PETALING JAYA: The shortage of medicines in the country is temporary and will be resolved in the following weeks, says the Pharma-ceutical Association of Malaysia (PhAMA).
Its executive director Chan Li Jin said there are many factors behind the shortage, including supply chain issues and a surge in demand.
She added that the shortage, however, is confined to pockets of therapeutic areas such as medicines for infectious diseases as well as coughs and colds.
“Life-saving drugs remain in ample supply,” she said.
Chan said at the start of the year, Phama members – comprising multinational corporations – had anticipated a spike in demand in tandem with the country’s socioeconomic recovery, and also foresaw supply chain constraints in China due to the Covid-19 pandemic.
“As such, plans were put in place to avoid the risk of drug shortages,” she said.
She also said movement control orders over the past two years had reduced demand for antibiotics and painkillers, and the management of Covid-19 had delayed surgical procedures and treatment of non-communicable diseases such as heart disease and hypertension.
All this led to reduced drug orders, she said.
“Following the reopening of borders and lifting of movement controls, hospital and clinic visits have surged, causing a temporary shortage.
“This has caused a domino effect, where one product shortage results in increased demand for alternative products, leading to an unmet surge in supply,” she explained.
Chan said the Russia-Ukraine war also created logistical disruptions.
Other factors, she added, include a shortage of raw materials that caused a chain reaction across the entire supply network.
“As the population returns to pre-Covid-19 routines, the demand for medicines will stabilise and supply will be restored, some earlier than others,” she said, adding that Phama is working with the Health Ministry to monitor the issue and provide support.
Malaysian Pharmacists Society (MPS) president Amrahi Buang confirmed shortages were being reported in the private healthcare sector.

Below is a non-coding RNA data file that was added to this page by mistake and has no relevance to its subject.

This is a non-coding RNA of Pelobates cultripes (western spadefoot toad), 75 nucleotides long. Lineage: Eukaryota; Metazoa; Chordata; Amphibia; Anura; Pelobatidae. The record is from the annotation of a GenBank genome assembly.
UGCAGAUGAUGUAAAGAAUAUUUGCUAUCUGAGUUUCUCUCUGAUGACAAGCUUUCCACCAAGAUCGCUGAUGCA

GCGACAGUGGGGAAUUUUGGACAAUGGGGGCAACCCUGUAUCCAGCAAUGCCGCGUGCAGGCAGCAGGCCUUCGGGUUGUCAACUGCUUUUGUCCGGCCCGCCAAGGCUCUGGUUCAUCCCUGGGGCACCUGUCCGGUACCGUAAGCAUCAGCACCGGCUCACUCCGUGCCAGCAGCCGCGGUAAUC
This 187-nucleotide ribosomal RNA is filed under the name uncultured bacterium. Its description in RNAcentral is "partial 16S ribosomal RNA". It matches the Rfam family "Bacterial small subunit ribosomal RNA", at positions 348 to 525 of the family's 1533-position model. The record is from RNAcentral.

He said the issue is not new and the government should take the necessary steps to address the problem of unstable supply chains.
“This is all situational, and at the peak of the pandemic, people were panicking and hoarded medicines.”
He said the ongoing Covid-19 pandemic (though the majority of patients show mild symptoms) and more cases of hand, food and mouth disease have increased the demand for drugs.
“Some of the medicines are also imported from places where there is disruption due to border controls and, currently, the Russia-Ukraine war. For our own preparedness, we must have a stockpile and identify the essential medicines, especially among the community,” he said.
Amrahi suggested community pharmacists offer professional online or telepharmacist services, among which is to provide home delivery of drugs to patients.
“This kind of service can help consumers deal with the current situation and prevent them from hoarding medicines,” he said.
A paediatric doctor at a private hospital in Damansara here who requested anonymity said paediatric medicines such as some antibiotics, antihistamines and bronchodilators, and rectal diazepam for treatment of fits are low in stock.
“So now we have to use other medications available judiciously, for example, buccal [inside the cheek] midazolam for acute treatment of fits,” he said.
Currently, patient care has not been affected as the hospital is using generic alternatives to counter the shortage of medications, he added.
Caring Pharmacy, however, said it is not experiencing a shortage of flu, fever or cough medicines.
The retail chain’s head of procurement, health, beauty and own brands category Foo Fung Jiun said many Malaysians might have stocked up on these medicines in February and March when there was a surge in Covid-19 cases after Chinese New Year.
On Friday, the Health Ministry’s senior director of pharmaceutical services Norhaliza A. Halim said there has not been a significant disruption to the supply of medicine with the active ingredient of paracetamol for fever and mild pain, vitamin C, and cough and cold medicines in the market because most of the products have alternatives.
She added that manufacturers had increased their production capacity to meet the high demand.